Bar Exam: Foreign-trained graduates of the Inter-American LL.M. Program may sit for the Bar Exam in several states without a J.D. degree, the most common being New York and California. After being admitted to any bar in the United States, graduates may practice federal law in any of the 50 states or serve as corporate counsel within a corporation anywhere in the United States.
The Americas Curriculum – “Path to Practice”
The program requires a total of 24 credits completed with a grade point average of 2.3/4.00, of which a minimum of 12 credits must be Inter-American law courses. Many students pursue different paths in reaching this goal as the exact number of courses taken depends on how many credits are associated with each course.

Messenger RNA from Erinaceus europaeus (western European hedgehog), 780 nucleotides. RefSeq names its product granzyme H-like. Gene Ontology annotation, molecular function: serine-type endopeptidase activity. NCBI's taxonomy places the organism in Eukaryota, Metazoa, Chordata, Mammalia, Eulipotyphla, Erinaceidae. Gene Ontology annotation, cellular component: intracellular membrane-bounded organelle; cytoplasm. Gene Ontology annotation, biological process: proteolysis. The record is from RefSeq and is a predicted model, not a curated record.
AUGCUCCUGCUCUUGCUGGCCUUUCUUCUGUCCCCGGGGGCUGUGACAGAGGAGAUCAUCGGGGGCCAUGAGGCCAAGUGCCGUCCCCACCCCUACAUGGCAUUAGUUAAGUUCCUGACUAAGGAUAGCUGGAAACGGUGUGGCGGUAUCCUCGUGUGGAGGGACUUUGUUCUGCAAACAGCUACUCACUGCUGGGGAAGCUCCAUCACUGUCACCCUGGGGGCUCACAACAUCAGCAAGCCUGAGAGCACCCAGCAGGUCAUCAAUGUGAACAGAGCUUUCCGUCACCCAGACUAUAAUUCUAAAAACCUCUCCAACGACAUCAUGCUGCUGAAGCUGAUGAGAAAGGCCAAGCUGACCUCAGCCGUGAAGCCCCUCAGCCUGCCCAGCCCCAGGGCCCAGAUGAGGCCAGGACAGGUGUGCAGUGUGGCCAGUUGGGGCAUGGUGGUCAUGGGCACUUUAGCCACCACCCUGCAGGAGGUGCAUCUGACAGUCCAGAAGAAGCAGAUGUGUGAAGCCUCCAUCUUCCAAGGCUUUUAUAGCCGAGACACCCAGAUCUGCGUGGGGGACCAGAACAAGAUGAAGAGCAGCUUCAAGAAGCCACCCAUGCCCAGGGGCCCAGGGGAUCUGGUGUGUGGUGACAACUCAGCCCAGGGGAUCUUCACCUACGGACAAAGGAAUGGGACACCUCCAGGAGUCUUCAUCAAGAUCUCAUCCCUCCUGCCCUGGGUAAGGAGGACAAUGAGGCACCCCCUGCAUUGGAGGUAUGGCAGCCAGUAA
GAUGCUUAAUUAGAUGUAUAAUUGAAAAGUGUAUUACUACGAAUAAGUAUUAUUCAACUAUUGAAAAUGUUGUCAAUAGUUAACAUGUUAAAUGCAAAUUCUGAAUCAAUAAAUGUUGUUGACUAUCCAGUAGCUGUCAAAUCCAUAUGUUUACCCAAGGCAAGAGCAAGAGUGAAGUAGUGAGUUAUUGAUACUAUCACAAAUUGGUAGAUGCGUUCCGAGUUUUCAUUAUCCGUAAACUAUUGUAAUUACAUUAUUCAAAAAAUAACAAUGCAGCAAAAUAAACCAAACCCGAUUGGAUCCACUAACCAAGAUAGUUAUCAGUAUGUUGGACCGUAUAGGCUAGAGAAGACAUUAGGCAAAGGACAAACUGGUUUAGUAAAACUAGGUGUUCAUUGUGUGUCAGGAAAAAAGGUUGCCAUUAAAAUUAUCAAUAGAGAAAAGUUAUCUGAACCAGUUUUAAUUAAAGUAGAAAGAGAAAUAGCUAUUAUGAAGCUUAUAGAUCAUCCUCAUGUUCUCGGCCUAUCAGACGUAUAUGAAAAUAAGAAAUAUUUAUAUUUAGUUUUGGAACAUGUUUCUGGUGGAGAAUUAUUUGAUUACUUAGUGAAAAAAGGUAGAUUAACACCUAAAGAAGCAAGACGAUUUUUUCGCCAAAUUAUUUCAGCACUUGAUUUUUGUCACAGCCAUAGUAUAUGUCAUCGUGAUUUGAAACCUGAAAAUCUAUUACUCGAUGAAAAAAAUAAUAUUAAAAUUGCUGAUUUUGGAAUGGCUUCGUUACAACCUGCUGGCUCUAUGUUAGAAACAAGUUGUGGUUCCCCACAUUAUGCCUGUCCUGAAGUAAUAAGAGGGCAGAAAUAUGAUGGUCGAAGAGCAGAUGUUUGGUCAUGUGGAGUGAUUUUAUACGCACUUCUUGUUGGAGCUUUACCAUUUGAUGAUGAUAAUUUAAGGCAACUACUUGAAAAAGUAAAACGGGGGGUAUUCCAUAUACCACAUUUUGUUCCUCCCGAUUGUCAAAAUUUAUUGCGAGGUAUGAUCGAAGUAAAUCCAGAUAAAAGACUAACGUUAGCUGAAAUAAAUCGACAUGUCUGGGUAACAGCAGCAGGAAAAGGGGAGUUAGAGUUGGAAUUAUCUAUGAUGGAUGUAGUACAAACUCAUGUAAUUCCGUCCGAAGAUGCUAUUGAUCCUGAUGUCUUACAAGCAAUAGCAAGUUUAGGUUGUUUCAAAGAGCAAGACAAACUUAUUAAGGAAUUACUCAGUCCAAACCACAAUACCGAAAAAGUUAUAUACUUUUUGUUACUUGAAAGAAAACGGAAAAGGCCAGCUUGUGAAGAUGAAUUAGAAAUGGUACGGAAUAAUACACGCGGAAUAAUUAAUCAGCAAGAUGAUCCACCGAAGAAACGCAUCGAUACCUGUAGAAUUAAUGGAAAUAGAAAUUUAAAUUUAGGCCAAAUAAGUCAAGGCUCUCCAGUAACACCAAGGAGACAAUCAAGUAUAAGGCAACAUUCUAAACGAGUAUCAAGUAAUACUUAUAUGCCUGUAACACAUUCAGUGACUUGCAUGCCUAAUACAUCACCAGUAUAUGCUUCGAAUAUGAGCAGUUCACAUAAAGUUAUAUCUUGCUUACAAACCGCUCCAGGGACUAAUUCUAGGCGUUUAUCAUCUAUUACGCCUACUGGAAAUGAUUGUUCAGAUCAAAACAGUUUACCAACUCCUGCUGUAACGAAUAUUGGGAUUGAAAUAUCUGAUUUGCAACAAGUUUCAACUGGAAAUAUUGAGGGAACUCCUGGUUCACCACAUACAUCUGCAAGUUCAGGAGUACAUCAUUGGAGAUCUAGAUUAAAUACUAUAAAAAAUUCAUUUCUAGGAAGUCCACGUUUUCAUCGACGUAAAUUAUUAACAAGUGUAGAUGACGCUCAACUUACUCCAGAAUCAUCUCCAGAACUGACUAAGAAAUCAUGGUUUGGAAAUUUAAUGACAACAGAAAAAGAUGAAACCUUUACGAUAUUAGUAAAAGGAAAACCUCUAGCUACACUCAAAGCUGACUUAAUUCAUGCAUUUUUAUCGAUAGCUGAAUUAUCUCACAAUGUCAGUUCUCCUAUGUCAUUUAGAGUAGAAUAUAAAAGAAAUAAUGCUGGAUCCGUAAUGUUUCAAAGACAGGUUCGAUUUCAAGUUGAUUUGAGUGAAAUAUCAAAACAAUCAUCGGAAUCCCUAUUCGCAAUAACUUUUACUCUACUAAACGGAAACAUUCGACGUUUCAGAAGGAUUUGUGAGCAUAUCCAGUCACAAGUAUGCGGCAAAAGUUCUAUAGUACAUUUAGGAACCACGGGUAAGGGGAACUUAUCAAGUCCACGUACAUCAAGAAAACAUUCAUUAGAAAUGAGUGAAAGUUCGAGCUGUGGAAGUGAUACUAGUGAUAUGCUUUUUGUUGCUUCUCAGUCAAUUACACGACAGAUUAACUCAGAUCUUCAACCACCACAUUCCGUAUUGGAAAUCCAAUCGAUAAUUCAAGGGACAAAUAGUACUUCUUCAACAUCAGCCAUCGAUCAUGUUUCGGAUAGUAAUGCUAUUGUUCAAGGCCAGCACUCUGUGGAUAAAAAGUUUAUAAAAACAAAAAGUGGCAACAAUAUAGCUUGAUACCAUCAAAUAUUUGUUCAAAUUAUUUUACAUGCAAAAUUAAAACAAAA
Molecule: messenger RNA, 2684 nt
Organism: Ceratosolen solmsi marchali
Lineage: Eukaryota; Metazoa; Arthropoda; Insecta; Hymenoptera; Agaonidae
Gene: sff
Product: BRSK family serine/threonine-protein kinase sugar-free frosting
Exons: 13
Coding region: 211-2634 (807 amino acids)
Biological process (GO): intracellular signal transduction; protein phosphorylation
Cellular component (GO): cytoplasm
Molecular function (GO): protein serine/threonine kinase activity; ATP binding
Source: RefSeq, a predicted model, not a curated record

Practicum in Latin America: Miami Law coordinates with major regional law firms to provide students with the opportunity to participate in a summer practicum in a Latin American country.
Courses in Spanish: The law school offers an array of courses that are taught each semester in Spanish, enabling students a unique opportunity to develop their technical language skills as they master contemporary legal concepts. These courses are generally for American law graduates who are bilingual and will benefit from the practical use of the language in a legal setting.
Courses: Required and Elective
Doing Business in Latin America
An Introduction to U.S. Law *
(*Required only for foreign-trained law graduates to provide a foundation in American common law doctrine as well as legal writing and research.)
Students may then choose 7 additional credits from Inter-American law courses. Recently offered electives include: